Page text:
Ensuring roadworthiness with a TMS
09 Feb 24
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In honour of International Women’s Day and Women’s History Month, we are reflecting on the brilliant ladies who’ve helped push the boundaries and define our industry. We’ll also be discussing the growing need for greater female representation within the logistics sector.
Women have been operating trucks since the start of the 20th century. Luella Bates began her trucking career in 1918, obtained her driver’s license in 1920 and is widely believed to have been the first certified female truck driver.
However, in 1917 – a year before Bates got behind a wheel – Lillie Elizabeth McGee Drennan began driving for her husband’s trucking company, Drennan Truck Lines. Unfortunately, apparent gender bias at the Railroad Commission prevented her from obtaining a licence until 1920 – just after Luella was officiated.
After Lillie and her husband divorced in 1929, she became the sole owner of their company and continued to drive with an impeccable record. The seasoned driver endured sleepless nights on long Texas roads without a single accident and was extremely strict when it came to the safety of all of her employees. Her high standards and exemplary reputation led her to receive multiple awards during her years in the industry.
In present day, the UK is facing a shortage of lorry drivers with predictions that an extra million will soon be needed. The Road Haulage Association discovered that the average age of truck drivers is 57 – meaning that more than 25% of the workforce is expected to retire in the next 10 years.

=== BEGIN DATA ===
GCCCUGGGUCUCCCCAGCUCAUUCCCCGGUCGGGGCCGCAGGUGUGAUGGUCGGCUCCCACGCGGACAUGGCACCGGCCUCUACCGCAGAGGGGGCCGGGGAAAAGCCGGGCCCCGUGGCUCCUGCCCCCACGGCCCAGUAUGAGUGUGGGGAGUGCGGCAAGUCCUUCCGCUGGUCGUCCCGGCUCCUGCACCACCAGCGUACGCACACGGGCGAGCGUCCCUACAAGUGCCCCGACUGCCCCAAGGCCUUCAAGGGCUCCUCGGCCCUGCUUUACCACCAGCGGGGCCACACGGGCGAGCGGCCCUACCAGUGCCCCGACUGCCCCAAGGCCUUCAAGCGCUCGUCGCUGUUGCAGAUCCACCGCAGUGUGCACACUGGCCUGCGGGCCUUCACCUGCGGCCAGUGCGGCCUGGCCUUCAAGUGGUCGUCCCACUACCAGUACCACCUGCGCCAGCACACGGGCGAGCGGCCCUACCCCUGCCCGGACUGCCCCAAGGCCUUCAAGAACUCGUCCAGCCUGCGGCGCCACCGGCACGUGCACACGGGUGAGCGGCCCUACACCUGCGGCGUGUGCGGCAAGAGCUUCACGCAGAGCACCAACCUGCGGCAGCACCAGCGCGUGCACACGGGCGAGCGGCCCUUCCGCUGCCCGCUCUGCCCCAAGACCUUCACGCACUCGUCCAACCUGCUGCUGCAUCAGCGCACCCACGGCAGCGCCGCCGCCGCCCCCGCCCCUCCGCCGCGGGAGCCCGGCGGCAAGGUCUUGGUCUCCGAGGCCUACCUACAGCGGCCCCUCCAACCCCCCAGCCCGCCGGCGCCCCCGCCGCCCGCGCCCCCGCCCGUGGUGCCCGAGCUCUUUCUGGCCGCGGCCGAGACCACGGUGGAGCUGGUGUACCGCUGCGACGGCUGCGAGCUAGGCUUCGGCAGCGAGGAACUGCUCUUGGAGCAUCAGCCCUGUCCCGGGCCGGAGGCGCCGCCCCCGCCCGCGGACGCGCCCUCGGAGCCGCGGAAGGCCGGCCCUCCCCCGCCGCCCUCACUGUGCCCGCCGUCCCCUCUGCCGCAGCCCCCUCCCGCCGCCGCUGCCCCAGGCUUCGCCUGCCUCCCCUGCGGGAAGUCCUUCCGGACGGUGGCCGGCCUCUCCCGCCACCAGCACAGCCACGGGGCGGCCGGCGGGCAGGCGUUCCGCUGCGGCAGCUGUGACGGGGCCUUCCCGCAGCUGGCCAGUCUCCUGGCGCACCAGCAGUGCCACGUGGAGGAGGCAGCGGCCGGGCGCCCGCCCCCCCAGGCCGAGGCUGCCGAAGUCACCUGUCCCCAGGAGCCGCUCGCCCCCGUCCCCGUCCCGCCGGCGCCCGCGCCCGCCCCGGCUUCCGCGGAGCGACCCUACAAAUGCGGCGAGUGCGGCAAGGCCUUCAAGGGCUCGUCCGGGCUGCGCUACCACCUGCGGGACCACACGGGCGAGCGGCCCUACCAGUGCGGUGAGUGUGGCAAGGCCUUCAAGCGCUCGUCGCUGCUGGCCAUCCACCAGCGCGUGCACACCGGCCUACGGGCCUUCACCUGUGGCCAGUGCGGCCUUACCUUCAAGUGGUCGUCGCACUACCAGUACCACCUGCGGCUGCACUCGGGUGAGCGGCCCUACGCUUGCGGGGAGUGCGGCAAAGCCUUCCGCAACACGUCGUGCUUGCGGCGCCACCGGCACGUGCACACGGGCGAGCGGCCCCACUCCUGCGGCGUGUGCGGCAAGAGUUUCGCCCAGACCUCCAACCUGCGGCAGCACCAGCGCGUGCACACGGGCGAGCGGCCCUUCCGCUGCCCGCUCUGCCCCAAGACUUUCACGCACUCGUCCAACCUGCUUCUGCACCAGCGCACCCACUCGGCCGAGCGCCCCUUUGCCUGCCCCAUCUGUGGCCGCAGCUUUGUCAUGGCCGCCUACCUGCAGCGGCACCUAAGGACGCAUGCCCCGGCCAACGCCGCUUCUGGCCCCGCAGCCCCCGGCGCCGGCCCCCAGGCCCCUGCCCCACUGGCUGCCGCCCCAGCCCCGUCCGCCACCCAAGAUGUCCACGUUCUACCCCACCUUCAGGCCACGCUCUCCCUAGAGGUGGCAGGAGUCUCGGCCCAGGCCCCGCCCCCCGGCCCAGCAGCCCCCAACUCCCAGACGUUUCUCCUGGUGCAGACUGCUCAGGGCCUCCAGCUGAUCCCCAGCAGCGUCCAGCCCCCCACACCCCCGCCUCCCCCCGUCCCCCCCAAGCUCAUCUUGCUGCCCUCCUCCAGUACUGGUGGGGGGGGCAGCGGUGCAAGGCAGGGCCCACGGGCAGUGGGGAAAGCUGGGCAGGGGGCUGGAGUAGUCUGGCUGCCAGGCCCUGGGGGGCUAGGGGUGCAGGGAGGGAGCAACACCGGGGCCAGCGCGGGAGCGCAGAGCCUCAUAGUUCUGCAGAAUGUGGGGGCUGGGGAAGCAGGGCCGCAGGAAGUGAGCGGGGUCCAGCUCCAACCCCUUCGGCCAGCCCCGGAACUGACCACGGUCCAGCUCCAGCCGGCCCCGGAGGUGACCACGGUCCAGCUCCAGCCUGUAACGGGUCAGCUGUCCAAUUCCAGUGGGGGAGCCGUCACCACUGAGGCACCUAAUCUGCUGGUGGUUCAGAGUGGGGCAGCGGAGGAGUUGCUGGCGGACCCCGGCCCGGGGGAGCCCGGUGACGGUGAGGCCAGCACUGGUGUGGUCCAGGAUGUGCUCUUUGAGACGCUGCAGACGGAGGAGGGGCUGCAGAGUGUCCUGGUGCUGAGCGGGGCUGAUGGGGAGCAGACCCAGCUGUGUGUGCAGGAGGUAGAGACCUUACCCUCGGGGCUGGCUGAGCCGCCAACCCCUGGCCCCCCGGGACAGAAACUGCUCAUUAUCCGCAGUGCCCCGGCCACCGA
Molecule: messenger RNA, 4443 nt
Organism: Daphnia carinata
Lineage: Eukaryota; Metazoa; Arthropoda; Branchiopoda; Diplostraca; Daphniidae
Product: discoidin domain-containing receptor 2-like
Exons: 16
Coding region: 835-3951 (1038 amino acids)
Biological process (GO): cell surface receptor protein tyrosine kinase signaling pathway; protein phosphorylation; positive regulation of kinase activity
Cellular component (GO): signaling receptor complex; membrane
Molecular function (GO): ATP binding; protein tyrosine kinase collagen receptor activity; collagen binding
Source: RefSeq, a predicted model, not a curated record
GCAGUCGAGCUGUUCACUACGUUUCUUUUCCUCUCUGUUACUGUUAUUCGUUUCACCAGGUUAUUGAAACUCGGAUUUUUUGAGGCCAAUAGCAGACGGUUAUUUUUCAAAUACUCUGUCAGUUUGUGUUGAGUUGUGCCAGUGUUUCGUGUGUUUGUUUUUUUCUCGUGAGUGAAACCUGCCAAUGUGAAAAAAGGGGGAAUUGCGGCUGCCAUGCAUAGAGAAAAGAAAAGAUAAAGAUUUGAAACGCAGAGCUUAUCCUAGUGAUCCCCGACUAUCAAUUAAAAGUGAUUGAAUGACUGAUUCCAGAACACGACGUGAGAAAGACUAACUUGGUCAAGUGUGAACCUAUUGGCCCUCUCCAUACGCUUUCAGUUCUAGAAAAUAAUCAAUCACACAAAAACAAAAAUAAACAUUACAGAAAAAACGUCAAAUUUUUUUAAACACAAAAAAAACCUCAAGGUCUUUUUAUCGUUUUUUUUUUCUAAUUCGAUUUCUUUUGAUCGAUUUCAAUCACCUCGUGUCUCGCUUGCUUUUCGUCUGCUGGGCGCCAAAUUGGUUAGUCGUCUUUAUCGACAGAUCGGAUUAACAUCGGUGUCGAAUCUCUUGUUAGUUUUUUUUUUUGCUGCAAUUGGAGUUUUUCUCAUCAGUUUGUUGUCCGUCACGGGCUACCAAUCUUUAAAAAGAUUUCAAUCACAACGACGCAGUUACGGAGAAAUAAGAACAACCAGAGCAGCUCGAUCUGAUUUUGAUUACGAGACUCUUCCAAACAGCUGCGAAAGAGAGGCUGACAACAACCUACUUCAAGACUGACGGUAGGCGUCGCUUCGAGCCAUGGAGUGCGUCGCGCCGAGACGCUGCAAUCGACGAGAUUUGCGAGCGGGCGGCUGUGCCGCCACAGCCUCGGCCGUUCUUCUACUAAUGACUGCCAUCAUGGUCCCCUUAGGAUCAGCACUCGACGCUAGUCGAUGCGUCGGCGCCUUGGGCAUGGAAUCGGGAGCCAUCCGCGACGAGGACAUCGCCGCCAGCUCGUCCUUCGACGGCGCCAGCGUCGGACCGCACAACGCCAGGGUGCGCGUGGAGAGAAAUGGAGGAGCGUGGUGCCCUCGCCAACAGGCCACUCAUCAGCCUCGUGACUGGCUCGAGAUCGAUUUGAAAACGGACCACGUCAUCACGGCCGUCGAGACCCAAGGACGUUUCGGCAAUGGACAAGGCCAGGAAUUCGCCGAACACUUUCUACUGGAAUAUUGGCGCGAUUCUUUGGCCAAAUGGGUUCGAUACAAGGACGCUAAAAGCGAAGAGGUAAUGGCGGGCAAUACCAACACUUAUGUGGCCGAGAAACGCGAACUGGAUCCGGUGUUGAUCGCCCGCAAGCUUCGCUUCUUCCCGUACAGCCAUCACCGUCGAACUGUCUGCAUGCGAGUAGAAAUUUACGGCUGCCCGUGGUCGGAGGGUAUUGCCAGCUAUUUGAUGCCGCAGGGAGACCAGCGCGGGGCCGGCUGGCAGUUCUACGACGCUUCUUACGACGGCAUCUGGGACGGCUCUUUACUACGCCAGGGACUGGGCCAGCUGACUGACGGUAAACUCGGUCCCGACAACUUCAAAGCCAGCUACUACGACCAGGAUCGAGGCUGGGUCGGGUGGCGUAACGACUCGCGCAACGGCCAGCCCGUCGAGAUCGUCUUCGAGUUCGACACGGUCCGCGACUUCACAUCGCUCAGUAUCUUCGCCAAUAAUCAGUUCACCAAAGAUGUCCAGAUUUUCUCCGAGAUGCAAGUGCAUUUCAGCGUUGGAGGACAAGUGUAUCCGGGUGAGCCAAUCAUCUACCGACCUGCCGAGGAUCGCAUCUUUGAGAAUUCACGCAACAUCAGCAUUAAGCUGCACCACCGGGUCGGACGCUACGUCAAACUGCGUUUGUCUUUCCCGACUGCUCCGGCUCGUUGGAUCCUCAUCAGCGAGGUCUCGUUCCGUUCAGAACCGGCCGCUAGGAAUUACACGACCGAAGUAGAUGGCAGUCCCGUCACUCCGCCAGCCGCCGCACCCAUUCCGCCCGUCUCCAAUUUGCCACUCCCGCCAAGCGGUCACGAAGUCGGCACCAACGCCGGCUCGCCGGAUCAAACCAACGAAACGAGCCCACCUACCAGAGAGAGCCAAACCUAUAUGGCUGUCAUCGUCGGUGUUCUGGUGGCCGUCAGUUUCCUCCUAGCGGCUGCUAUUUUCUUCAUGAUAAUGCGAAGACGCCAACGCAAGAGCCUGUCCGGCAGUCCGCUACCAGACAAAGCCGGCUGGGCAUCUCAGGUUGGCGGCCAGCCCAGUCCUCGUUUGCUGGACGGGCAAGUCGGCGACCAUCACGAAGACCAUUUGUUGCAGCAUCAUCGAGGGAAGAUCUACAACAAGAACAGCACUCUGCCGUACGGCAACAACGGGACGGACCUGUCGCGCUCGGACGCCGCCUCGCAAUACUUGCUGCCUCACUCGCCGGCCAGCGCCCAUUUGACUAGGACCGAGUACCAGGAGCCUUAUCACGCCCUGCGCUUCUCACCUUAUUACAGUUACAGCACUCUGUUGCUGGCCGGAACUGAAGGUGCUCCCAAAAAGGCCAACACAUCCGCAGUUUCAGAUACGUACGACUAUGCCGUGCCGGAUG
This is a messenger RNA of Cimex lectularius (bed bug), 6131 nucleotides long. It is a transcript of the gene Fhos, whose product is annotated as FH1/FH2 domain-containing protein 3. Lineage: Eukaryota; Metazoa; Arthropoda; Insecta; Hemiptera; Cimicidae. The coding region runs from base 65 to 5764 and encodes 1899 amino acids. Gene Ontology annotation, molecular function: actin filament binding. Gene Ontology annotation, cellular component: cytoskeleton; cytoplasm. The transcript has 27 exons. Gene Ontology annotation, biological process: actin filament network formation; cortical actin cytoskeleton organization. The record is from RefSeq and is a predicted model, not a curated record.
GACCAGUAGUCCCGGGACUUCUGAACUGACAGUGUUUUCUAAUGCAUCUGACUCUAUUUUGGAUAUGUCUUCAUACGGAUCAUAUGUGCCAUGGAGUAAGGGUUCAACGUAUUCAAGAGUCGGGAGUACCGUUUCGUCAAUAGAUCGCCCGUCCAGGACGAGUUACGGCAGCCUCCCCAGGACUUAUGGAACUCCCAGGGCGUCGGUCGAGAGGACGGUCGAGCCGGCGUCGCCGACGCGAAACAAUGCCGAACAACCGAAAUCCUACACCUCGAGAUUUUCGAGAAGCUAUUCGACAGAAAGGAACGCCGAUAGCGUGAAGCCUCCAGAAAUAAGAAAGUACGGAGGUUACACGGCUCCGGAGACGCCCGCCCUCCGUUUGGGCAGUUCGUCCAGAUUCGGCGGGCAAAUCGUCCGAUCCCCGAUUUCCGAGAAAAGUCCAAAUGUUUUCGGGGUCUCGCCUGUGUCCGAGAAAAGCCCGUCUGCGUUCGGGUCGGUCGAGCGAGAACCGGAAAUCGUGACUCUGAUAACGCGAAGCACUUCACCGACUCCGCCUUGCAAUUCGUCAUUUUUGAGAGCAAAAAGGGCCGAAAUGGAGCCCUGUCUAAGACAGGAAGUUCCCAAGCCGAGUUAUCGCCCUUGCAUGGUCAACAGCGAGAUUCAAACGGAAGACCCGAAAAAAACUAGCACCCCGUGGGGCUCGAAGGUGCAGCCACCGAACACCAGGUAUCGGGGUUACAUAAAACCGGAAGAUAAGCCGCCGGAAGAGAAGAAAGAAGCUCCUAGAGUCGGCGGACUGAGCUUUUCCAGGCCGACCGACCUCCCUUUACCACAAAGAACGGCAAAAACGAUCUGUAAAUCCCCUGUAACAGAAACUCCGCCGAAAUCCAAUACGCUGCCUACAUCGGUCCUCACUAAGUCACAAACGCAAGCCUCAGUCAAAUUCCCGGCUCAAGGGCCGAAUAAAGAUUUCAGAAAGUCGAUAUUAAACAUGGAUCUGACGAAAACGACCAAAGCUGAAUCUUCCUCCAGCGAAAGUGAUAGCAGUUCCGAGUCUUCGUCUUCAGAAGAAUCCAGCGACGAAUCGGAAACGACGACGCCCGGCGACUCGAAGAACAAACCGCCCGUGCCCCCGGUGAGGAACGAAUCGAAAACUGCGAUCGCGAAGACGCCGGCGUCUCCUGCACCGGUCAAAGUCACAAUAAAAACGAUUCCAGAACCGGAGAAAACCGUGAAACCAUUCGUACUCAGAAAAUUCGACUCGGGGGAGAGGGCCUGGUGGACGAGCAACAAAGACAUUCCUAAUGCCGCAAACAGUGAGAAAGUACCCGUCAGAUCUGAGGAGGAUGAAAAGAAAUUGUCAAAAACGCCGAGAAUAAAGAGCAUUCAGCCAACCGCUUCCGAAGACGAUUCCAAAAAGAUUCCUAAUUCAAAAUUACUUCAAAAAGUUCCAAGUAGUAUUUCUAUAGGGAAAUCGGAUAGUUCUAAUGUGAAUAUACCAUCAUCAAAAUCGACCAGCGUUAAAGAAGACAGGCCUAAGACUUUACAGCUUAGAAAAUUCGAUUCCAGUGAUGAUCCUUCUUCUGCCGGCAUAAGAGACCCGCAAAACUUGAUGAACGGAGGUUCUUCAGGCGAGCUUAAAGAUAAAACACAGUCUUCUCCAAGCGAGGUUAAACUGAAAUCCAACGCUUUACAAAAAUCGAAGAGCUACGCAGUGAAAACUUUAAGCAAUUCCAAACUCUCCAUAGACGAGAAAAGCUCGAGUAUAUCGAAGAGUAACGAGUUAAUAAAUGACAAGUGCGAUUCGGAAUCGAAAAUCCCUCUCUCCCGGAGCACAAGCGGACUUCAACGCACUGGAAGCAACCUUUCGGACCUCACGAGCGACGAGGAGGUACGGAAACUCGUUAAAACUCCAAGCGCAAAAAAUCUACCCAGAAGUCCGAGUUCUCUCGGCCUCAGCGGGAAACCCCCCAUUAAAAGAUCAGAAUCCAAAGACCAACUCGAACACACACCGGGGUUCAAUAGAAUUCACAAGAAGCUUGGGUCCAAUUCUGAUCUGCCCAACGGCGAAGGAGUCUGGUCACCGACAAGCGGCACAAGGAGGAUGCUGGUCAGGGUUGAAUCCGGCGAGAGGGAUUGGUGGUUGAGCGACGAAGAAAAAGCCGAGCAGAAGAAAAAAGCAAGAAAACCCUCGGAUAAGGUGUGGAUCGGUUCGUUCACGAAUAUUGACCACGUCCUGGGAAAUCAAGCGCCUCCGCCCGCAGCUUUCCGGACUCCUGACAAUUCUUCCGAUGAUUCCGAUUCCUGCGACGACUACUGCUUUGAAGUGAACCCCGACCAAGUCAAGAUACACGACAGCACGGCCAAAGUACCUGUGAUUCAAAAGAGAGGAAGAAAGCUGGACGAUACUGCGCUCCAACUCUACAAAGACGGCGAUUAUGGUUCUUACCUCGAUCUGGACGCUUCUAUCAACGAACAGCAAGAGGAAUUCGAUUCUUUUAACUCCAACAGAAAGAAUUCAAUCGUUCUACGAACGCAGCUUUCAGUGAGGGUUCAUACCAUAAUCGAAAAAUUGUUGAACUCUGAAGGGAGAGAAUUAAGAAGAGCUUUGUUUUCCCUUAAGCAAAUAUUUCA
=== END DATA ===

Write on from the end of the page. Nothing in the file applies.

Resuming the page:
The loss of over 80,000 EU workers from the UK workforce due to Brexit will also exacerbate the existing driver shortage. Many hope getting more women behind the wheel will help solve this situation, but the stereotypical perception of the industry being a ‘boy’s club’ does little to attract female truckers.
A staggering 92% of the 400,000 people holding both an HGV licence and a Driver Certificate of Professional Competence are male. This figure highlights the importance of tackling the sector’s gender imbalance – the resolution to which will in turn solve the “workforce crisis” faced by haulage firms. It is therefore critical to encourage women to seek rewarding careers in the industry – not only to level the playing field, but also to replace the sector’s ageing workforce.
Thankfully, more and more women are seeing a career as an HGV Driver as a valid option for them. The prospect of exploring the country and meeting new people is incredibly appealing to everyone – regardless of gender.
While there is some way to go in regards to the numbers of female drivers – women have been prevalent in logistics offices for many years. They have helped provide a refreshing point of view that differs from men who are well-established in the sector. At TrackTrans, we understand the importance of this diversity of perspective and how crucial talented visionaries will be in leading us into the future.
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